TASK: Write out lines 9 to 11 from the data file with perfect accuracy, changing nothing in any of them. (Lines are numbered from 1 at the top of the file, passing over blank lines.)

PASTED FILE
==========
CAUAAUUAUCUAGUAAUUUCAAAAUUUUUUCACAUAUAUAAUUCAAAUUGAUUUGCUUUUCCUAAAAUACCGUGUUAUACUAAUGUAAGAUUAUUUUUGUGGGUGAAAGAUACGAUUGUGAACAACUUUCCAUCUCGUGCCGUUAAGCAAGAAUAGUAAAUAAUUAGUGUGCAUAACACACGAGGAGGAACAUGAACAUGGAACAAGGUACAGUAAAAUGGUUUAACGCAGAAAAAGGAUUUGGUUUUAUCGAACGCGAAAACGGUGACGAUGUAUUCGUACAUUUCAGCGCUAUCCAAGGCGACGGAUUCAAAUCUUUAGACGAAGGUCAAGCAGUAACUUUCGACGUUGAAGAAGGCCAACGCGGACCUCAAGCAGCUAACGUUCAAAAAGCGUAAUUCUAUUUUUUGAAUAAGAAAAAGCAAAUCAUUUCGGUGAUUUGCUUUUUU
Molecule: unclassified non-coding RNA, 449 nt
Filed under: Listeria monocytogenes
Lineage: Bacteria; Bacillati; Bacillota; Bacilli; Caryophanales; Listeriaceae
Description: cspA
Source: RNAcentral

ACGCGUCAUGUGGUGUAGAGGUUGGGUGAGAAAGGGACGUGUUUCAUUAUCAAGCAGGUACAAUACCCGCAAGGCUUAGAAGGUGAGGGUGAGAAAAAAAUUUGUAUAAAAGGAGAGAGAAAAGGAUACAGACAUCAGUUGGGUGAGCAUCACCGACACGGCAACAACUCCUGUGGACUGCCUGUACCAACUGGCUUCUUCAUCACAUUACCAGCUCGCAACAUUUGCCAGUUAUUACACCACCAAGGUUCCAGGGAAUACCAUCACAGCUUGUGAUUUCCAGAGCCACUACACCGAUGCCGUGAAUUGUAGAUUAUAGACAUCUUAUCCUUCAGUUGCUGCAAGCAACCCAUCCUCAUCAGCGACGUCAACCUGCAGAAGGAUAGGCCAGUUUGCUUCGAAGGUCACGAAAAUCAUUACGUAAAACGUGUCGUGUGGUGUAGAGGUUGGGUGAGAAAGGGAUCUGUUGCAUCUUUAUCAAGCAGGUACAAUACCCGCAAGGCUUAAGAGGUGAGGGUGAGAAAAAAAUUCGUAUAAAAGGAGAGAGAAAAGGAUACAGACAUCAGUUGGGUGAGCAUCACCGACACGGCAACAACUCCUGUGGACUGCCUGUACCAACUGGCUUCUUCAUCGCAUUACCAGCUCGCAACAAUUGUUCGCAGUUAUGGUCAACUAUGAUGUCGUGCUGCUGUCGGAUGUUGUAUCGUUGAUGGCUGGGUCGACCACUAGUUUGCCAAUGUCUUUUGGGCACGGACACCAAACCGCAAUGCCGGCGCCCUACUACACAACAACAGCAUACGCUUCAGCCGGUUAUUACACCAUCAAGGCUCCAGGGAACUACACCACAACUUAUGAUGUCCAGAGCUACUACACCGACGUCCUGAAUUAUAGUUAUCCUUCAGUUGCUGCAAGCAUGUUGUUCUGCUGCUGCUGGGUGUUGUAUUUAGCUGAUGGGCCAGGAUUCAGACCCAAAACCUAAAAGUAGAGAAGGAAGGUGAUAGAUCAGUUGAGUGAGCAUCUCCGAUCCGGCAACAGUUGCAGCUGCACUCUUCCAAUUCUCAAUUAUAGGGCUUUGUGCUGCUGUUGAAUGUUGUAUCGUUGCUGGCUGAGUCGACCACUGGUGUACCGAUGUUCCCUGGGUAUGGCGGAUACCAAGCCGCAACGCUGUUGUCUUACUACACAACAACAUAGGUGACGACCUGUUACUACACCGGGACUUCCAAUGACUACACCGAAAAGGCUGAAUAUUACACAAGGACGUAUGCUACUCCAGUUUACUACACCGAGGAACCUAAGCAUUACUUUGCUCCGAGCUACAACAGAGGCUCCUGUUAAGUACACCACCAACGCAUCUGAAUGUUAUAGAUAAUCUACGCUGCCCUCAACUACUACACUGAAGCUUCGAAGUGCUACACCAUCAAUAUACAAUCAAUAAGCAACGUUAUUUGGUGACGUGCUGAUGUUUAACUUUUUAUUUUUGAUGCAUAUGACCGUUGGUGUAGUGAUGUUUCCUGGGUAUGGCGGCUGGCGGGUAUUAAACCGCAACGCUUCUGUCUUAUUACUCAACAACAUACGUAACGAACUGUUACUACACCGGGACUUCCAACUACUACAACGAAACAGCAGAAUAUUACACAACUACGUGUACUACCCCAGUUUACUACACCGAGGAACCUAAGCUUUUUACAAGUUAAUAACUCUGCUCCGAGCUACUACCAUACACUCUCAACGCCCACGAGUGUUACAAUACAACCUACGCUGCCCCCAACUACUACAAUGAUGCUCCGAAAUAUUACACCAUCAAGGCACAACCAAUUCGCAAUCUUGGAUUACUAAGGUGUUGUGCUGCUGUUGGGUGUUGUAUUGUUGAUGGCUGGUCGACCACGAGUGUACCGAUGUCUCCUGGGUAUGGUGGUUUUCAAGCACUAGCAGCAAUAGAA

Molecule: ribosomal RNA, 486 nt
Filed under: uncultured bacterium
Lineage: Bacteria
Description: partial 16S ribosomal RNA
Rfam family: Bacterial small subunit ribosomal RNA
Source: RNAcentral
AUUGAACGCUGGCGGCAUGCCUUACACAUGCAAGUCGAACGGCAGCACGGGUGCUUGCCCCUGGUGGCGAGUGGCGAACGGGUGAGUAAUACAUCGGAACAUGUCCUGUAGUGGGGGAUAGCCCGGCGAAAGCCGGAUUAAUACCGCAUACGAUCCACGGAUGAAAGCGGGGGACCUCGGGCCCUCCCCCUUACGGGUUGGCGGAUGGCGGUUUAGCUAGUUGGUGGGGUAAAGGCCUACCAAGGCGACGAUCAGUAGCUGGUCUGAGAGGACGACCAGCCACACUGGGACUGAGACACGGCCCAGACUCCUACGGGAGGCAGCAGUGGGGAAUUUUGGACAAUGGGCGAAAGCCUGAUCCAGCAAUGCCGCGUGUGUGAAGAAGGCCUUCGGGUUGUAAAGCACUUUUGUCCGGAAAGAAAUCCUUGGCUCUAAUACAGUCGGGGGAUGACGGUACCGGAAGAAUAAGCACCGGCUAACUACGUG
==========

Filed under: uncultured bacterium
Lineage: Bacteria
Description: partial 16S ribosomal RNA